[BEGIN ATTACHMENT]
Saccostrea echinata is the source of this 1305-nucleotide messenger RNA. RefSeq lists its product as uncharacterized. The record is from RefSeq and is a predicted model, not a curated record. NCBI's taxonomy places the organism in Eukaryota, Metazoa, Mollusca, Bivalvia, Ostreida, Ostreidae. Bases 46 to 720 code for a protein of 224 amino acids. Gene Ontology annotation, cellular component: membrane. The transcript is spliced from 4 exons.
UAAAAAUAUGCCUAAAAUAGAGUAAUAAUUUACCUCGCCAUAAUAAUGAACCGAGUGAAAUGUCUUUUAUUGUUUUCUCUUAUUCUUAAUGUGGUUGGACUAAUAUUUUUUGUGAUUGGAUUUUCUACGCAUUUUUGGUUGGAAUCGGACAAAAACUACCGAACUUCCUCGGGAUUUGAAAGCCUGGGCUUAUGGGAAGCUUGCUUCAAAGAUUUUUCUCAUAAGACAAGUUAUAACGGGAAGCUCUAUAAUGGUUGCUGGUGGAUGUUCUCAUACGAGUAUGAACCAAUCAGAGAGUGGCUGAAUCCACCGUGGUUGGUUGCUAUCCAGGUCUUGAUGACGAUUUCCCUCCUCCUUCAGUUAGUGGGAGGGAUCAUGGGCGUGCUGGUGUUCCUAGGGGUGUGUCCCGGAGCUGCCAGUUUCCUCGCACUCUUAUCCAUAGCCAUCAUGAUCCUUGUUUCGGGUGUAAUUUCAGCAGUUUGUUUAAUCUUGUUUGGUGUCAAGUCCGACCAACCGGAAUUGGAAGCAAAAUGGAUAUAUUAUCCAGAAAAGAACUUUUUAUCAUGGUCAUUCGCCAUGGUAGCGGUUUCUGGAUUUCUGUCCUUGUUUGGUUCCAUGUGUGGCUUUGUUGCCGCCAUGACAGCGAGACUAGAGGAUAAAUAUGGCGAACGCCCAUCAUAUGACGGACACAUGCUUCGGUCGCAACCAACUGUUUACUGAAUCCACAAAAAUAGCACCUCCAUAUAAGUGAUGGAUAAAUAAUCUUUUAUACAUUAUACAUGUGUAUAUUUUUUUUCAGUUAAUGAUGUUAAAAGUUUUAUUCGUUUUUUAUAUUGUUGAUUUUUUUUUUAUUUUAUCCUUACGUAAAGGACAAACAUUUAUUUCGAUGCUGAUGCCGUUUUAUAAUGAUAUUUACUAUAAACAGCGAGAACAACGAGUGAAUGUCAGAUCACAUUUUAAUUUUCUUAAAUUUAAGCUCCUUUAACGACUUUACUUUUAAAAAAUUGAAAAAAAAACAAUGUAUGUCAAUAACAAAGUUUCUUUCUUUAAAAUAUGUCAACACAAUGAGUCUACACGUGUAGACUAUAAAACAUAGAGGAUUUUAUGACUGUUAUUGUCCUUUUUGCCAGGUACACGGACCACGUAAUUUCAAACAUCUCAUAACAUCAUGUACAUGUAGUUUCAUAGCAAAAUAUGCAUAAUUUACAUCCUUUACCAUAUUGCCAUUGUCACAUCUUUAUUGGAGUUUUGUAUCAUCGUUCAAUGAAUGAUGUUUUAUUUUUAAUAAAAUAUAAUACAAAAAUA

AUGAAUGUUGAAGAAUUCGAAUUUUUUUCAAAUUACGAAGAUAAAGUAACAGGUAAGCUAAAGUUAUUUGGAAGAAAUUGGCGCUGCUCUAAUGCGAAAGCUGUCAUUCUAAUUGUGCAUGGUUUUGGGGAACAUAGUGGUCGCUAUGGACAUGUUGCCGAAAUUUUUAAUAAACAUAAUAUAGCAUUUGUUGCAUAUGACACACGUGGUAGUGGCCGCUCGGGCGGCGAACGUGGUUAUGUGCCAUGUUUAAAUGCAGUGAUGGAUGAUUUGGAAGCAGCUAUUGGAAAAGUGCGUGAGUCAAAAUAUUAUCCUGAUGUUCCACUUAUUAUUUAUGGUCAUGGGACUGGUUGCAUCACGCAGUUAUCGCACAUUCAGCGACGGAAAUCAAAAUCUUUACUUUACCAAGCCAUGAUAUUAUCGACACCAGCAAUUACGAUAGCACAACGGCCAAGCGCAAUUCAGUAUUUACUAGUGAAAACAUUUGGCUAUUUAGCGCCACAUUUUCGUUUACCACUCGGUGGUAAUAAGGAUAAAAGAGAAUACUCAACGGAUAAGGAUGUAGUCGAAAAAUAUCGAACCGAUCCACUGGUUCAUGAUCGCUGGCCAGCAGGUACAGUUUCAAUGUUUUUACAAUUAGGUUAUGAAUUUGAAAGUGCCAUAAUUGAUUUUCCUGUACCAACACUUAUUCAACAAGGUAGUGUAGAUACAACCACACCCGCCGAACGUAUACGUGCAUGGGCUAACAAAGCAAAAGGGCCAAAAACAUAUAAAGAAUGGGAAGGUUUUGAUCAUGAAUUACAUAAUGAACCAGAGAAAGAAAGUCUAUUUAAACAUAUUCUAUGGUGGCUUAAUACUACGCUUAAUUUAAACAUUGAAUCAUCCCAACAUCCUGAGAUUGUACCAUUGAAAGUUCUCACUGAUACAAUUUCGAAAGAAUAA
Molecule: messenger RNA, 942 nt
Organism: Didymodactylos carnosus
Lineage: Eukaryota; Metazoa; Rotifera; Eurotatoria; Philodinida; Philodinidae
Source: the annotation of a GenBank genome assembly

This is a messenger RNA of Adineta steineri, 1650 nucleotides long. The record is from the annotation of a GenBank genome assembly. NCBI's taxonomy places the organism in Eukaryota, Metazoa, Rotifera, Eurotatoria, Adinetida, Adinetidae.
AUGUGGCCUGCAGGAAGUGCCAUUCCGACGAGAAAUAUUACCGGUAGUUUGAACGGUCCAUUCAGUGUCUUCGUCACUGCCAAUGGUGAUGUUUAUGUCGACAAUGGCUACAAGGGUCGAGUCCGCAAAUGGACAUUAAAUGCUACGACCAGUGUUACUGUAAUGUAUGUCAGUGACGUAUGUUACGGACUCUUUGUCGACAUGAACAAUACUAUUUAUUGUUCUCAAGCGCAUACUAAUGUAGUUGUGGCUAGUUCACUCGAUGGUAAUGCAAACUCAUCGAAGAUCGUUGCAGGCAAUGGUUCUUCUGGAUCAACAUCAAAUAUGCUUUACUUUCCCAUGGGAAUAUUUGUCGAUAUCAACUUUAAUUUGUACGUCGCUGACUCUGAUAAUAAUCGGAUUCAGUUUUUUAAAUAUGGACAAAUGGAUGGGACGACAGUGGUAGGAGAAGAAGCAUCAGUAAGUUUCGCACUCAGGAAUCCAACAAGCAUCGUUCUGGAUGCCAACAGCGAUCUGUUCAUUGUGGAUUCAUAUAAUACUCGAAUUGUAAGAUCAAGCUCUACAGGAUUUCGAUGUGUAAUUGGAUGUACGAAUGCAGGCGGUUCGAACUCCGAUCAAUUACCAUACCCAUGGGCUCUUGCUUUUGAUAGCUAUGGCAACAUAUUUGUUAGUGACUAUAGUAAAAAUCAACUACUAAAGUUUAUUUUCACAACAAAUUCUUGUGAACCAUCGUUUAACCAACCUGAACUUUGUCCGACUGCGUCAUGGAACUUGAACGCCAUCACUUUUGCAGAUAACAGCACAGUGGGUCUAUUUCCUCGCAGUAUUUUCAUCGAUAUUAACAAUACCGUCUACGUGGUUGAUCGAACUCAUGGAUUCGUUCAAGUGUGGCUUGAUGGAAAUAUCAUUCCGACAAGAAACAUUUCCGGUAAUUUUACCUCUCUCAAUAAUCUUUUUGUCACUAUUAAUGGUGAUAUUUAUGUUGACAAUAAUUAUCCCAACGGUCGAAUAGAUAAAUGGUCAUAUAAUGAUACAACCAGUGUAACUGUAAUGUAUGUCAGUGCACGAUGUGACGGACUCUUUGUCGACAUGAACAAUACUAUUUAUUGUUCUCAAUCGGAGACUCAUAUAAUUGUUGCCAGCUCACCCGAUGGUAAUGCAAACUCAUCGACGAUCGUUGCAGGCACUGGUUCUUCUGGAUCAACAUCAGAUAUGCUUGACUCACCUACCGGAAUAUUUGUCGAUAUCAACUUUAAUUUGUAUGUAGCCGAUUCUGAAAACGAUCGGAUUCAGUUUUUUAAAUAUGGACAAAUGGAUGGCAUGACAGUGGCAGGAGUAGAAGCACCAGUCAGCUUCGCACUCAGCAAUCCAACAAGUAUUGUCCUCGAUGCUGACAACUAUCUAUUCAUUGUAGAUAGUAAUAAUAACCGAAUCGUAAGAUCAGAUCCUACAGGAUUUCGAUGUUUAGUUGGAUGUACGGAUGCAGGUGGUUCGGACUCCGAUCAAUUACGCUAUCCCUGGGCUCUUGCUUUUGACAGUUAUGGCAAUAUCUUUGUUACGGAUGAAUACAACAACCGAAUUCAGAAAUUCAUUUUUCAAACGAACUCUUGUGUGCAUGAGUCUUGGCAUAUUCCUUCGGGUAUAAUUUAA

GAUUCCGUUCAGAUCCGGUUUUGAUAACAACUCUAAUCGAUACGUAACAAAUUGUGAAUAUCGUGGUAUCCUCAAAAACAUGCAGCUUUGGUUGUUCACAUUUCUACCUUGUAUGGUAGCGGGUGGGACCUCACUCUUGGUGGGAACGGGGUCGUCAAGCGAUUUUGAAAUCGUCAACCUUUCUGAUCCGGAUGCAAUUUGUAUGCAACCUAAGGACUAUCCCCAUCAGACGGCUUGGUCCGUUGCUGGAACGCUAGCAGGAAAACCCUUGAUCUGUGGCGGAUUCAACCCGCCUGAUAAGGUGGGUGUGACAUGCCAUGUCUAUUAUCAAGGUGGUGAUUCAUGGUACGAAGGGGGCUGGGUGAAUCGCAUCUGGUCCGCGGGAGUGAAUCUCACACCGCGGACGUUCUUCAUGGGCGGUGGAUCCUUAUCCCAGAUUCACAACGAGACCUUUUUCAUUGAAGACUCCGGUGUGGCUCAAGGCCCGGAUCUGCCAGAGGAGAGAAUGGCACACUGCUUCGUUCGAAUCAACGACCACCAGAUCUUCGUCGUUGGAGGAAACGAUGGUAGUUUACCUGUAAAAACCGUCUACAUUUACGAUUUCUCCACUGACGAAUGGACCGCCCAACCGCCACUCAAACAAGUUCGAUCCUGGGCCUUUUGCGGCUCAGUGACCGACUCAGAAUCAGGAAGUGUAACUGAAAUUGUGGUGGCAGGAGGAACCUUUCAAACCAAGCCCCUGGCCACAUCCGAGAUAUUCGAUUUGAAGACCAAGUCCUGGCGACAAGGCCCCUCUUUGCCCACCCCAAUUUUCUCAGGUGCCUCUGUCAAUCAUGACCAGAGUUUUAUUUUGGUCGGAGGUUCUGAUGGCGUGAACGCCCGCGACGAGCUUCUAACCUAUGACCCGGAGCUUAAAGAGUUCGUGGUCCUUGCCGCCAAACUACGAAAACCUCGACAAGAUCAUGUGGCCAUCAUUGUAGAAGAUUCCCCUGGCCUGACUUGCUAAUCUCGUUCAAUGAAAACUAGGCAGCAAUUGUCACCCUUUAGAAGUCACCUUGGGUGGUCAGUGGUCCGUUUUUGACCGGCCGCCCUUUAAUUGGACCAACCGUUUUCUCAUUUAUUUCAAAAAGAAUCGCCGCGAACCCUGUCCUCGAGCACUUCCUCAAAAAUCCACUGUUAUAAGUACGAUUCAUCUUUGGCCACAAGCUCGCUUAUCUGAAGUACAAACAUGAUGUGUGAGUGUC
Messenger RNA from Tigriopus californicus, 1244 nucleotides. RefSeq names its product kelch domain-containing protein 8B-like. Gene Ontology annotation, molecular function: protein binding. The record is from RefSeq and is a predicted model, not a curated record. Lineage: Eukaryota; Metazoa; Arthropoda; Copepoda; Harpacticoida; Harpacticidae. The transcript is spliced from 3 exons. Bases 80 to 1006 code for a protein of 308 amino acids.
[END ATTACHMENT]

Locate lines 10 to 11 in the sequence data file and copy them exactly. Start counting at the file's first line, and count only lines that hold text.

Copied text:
GAUUCCGUUCAGAUCCGGUUUUGAUAACAACUCUAAUCGAUACGUAACAAAUUGUGAAUAUCGUGGUAUCCUCAAAAACAUGCAGCUUUGGUUGUUCACAUUUCUACCUUGUAUGGUAGCGGGUGGGACCUCACUCUUGGUGGGAACGGGGUCGUCAAGCGAUUUUGAAAUCGUCAACCUUUCUGAUCCGGAUGCAAUUUGUAUGCAACCUAAGGACUAUCCCCAUCAGACGGCUUGGUCCGUUGCUGGAACGCUAGCAGGAAAACCCUUGAUCUGUGGCGGAUUCAACCCGCCUGAUAAGGUGGGUGUGACAUGCCAUGUCUAUUAUCAAGGUGGUGAUUCAUGGUACGAAGGGGGCUGGGUGAAUCGCAUCUGGUCCGCGGGAGUGAAUCUCACACCGCGGACGUUCUUCAUGGGCGGUGGAUCCUUAUCCCAGAUUCACAACGAGACCUUUUUCAUUGAAGACUCCGGUGUGGCUCAAGGCCCGGAUCUGCCAGAGGAGAGAAUGGCACACUGCUUCGUUCGAAUCAACGACCACCAGAUCUUCGUCGUUGGAGGAAACGAUGGUAGUUUACCUGUAAAAACCGUCUACAUUUACGAUUUCUCCACUGACGAAUGGACCGCCCAACCGCCACUCAAACAAGUUCGAUCCUGGGCCUUUUGCGGCUCAGUGACCGACUCAGAAUCAGGAAGUGUAACUGAAAUUGUGGUGGCAGGAGGAACCUUUCAAACCAAGCCCCUGGCCACAUCCGAGAUAUUCGAUUUGAAGACCAAGUCCUGGCGACAAGGCCCCUCUUUGCCCACCCCAAUUUUCUCAGGUGCCUCUGUCAAUCAUGACCAGAGUUUUAUUUUGGUCGGAGGUUCUGAUGGCGUGAACGCCCGCGACGAGCUUCUAACCUAUGACCCGGAGCUUAAAGAGUUCGUGGUCCUUGCCGCCAAACUACGAAAACCUCGACAAGAUCAUGUGGCCAUCAUUGUAGAAGAUUCCCCUGGCCUGACUUGCUAAUCUCGUUCAAUGAAAACUAGGCAGCAAUUGUCACCCUUUAGAAGUCACCUUGGGUGGUCAGUGGUCCGUUUUUGACCGGCCGCCCUUUAAUUGGACCAACCGUUUUCUCAUUUAUUUCAAAAAGAAUCGCCGCGAACCCUGUCCUCGAGCACUUCCUCAAAAAUCCACUGUUAUAAGUACGAUUCAUCUUUGGCCACAAGCUCGCUUAUCUGAAGUACAAACAUGAUGUGUGAGUGUC
Messenger RNA from Tigriopus californicus, 1244 nucleotides. RefSeq names its product kelch domain-containing protein 8B-like. Gene Ontology annotation, molecular function: protein binding. The record is from RefSeq and is a predicted model, not a curated record. Lineage: Eukaryota; Metazoa; Arthropoda; Copepoda; Harpacticoida; Harpacticidae. The transcript is spliced from 3 exons. Bases 80 to 1006 code for a protein of 308 amino acids.